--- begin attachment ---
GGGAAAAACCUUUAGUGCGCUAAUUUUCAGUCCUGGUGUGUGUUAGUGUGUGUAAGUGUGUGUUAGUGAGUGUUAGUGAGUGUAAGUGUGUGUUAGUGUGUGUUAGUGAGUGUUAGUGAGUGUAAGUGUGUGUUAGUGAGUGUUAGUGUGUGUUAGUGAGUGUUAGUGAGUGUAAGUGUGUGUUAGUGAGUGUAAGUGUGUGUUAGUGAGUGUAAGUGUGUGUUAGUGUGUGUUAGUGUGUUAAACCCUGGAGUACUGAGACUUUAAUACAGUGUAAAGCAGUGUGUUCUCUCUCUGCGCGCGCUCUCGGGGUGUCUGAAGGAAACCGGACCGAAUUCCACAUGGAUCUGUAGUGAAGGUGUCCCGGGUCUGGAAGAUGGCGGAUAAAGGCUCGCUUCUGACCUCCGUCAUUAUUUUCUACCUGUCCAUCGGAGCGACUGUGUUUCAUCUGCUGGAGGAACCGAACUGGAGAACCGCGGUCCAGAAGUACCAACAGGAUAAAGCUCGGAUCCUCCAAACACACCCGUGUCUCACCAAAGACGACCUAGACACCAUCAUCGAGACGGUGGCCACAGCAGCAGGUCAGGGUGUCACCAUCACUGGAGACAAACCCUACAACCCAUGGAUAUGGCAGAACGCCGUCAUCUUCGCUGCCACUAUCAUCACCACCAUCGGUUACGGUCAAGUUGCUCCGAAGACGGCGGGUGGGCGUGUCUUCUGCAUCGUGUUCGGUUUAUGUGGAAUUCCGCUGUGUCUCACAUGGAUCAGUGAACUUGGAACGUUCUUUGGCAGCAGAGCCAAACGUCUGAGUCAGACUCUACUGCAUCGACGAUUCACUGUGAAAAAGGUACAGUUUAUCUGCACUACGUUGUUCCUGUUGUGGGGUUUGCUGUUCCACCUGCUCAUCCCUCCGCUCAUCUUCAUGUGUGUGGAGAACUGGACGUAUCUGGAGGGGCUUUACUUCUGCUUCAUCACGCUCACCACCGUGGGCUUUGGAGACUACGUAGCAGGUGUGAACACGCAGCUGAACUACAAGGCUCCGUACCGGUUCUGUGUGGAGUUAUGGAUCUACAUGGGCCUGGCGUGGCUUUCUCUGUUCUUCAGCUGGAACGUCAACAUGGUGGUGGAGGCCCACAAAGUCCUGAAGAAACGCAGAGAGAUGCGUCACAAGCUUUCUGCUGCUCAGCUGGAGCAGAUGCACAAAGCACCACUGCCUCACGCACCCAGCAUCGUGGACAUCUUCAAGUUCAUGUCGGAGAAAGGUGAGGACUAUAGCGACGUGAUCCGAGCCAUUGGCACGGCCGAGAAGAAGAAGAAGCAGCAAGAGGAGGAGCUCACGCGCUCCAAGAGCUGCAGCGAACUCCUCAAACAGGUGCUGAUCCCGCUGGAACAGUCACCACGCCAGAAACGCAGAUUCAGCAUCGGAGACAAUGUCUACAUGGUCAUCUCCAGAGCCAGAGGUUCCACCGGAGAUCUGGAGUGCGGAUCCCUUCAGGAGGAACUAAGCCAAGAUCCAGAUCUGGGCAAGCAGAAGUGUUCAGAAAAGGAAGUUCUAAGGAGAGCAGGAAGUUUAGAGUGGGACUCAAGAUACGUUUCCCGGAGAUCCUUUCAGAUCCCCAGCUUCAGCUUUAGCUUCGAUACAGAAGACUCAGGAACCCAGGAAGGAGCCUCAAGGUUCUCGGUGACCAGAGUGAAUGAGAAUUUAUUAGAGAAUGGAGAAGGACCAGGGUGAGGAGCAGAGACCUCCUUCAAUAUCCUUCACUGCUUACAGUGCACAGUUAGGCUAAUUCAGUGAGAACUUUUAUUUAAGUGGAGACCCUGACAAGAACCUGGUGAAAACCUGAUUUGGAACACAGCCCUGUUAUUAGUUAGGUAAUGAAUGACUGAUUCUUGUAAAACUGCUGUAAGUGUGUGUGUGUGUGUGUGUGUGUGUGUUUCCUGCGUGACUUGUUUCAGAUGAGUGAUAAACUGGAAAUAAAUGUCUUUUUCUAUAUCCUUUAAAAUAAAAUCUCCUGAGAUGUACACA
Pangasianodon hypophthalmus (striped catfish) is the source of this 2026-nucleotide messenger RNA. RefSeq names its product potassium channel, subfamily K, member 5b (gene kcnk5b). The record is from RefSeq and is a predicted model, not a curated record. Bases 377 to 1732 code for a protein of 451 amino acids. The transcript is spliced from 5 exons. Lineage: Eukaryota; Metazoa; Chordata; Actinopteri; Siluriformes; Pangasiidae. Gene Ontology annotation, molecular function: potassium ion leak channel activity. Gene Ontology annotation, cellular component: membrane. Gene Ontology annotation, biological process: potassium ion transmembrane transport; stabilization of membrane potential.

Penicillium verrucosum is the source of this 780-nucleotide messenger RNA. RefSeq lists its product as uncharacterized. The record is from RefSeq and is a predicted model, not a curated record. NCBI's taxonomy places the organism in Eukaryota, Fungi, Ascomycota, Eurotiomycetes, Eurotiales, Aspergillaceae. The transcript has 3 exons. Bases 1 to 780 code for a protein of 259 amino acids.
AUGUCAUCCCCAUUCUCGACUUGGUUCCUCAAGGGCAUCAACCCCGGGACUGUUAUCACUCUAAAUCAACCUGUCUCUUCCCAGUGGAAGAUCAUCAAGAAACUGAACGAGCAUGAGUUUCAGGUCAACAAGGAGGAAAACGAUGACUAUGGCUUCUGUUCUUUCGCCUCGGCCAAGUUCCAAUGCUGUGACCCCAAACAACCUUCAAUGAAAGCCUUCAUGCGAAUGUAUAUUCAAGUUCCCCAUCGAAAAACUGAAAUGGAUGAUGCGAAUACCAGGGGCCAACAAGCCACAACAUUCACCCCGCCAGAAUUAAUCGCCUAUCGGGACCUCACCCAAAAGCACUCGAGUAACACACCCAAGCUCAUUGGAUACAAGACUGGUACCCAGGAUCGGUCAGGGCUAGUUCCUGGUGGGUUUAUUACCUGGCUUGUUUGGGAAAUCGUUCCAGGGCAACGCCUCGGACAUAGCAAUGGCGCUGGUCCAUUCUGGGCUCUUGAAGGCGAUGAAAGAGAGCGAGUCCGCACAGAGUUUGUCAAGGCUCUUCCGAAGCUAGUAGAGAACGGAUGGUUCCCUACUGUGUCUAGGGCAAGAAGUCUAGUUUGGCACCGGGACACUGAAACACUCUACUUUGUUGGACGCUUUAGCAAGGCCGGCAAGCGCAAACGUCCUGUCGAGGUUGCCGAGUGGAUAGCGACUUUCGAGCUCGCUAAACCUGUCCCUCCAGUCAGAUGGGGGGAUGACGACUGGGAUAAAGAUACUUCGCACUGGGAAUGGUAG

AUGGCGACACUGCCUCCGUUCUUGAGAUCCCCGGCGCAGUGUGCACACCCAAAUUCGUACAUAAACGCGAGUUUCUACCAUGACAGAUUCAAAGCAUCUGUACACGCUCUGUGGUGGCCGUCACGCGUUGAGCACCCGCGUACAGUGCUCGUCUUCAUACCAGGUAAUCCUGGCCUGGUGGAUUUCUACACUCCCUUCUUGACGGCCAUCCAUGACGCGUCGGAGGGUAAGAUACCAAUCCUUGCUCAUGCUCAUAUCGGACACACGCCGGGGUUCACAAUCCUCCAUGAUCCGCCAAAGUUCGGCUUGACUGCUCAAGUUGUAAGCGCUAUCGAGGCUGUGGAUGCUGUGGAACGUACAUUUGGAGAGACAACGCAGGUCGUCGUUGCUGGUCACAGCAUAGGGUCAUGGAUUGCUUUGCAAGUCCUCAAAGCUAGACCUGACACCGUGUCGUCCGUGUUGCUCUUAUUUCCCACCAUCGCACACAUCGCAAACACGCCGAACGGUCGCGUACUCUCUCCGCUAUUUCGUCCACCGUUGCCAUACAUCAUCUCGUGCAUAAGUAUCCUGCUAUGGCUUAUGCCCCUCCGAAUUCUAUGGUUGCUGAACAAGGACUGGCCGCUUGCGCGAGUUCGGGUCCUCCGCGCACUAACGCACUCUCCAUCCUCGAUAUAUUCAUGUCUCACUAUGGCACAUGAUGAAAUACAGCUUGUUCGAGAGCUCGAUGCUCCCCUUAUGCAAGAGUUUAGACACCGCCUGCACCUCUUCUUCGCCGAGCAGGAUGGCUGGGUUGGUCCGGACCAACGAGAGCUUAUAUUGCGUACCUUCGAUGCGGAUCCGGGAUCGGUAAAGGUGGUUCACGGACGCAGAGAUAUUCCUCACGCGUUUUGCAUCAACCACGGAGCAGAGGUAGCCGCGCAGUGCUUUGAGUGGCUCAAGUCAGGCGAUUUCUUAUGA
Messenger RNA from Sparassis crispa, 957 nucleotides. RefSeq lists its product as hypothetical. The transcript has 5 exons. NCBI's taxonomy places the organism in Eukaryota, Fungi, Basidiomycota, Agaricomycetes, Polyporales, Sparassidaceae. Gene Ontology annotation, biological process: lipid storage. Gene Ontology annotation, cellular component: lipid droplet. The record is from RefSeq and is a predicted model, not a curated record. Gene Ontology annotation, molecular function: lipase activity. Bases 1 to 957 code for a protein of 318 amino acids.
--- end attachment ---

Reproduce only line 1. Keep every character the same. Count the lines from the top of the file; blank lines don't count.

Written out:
GGGAAAAACCUUUAGUGCGCUAAUUUUCAGUCCUGGUGUGUGUUAGUGUGUGUAAGUGUGUGUUAGUGAGUGUUAGUGAGUGUAAGUGUGUGUUAGUGUGUGUUAGUGAGUGUUAGUGAGUGUAAGUGUGUGUUAGUGAGUGUUAGUGUGUGUUAGUGAGUGUUAGUGAGUGUAAGUGUGUGUUAGUGAGUGUAAGUGUGUGUUAGUGAGUGUAAGUGUGUGUUAGUGUGUGUUAGUGUGUUAAACCCUGGAGUACUGAGACUUUAAUACAGUGUAAAGCAGUGUGUUCUCUCUCUGCGCGCGCUCUCGGGGUGUCUGAAGGAAACCGGACCGAAUUCCACAUGGAUCUGUAGUGAAGGUGUCCCGGGUCUGGAAGAUGGCGGAUAAAGGCUCGCUUCUGACCUCCGUCAUUAUUUUCUACCUGUCCAUCGGAGCGACUGUGUUUCAUCUGCUGGAGGAACCGAACUGGAGAACCGCGGUCCAGAAGUACCAACAGGAUAAAGCUCGGAUCCUCCAAACACACCCGUGUCUCACCAAAGACGACCUAGACACCAUCAUCGAGACGGUGGCCACAGCAGCAGGUCAGGGUGUCACCAUCACUGGAGACAAACCCUACAACCCAUGGAUAUGGCAGAACGCCGUCAUCUUCGCUGCCACUAUCAUCACCACCAUCGGUUACGGUCAAGUUGCUCCGAAGACGGCGGGUGGGCGUGUCUUCUGCAUCGUGUUCGGUUUAUGUGGAAUUCCGCUGUGUCUCACAUGGAUCAGUGAACUUGGAACGUUCUUUGGCAGCAGAGCCAAACGUCUGAGUCAGACUCUACUGCAUCGACGAUUCACUGUGAAAAAGGUACAGUUUAUCUGCACUACGUUGUUCCUGUUGUGGGGUUUGCUGUUCCACCUGCUCAUCCCUCCGCUCAUCUUCAUGUGUGUGGAGAACUGGACGUAUCUGGAGGGGCUUUACUUCUGCUUCAUCACGCUCACCACCGUGGGCUUUGGAGACUACGUAGCAGGUGUGAACACGCAGCUGAACUACAAGGCUCCGUACCGGUUCUGUGUGGAGUUAUGGAUCUACAUGGGCCUGGCGUGGCUUUCUCUGUUCUUCAGCUGGAACGUCAACAUGGUGGUGGAGGCCCACAAAGUCCUGAAGAAACGCAGAGAGAUGCGUCACAAGCUUUCUGCUGCUCAGCUGGAGCAGAUGCACAAAGCACCACUGCCUCACGCACCCAGCAUCGUGGACAUCUUCAAGUUCAUGUCGGAGAAAGGUGAGGACUAUAGCGACGUGAUCCGAGCCAUUGGCACGGCCGAGAAGAAGAAGAAGCAGCAAGAGGAGGAGCUCACGCGCUCCAAGAGCUGCAGCGAACUCCUCAAACAGGUGCUGAUCCCGCUGGAACAGUCACCACGCCAGAAACGCAGAUUCAGCAUCGGAGACAAUGUCUACAUGGUCAUCUCCAGAGCCAGAGGUUCCACCGGAGAUCUGGAGUGCGGAUCCCUUCAGGAGGAACUAAGCCAAGAUCCAGAUCUGGGCAAGCAGAAGUGUUCAGAAAAGGAAGUUCUAAGGAGAGCAGGAAGUUUAGAGUGGGACUCAAGAUACGUUUCCCGGAGAUCCUUUCAGAUCCCCAGCUUCAGCUUUAGCUUCGAUACAGAAGACUCAGGAACCCAGGAAGGAGCCUCAAGGUUCUCGGUGACCAGAGUGAAUGAGAAUUUAUUAGAGAAUGGAGAAGGACCAGGGUGAGGAGCAGAGACCUCCUUCAAUAUCCUUCACUGCUUACAGUGCACAGUUAGGCUAAUUCAGUGAGAACUUUUAUUUAAGUGGAGACCCUGACAAGAACCUGGUGAAAACCUGAUUUGGAACACAGCCCUGUUAUUAGUUAGGUAAUGAAUGACUGAUUCUUGUAAAACUGCUGUAAGUGUGUGUGUGUGUGUGUGUGUGUGUGUUUCCUGCGUGACUUGUUUCAGAUGAGUGAUAAACUGGAAAUAAAUGUCUUUUUCUAUAUCCUUUAAAAUAAAAUCUCCUGAGAUGUACACA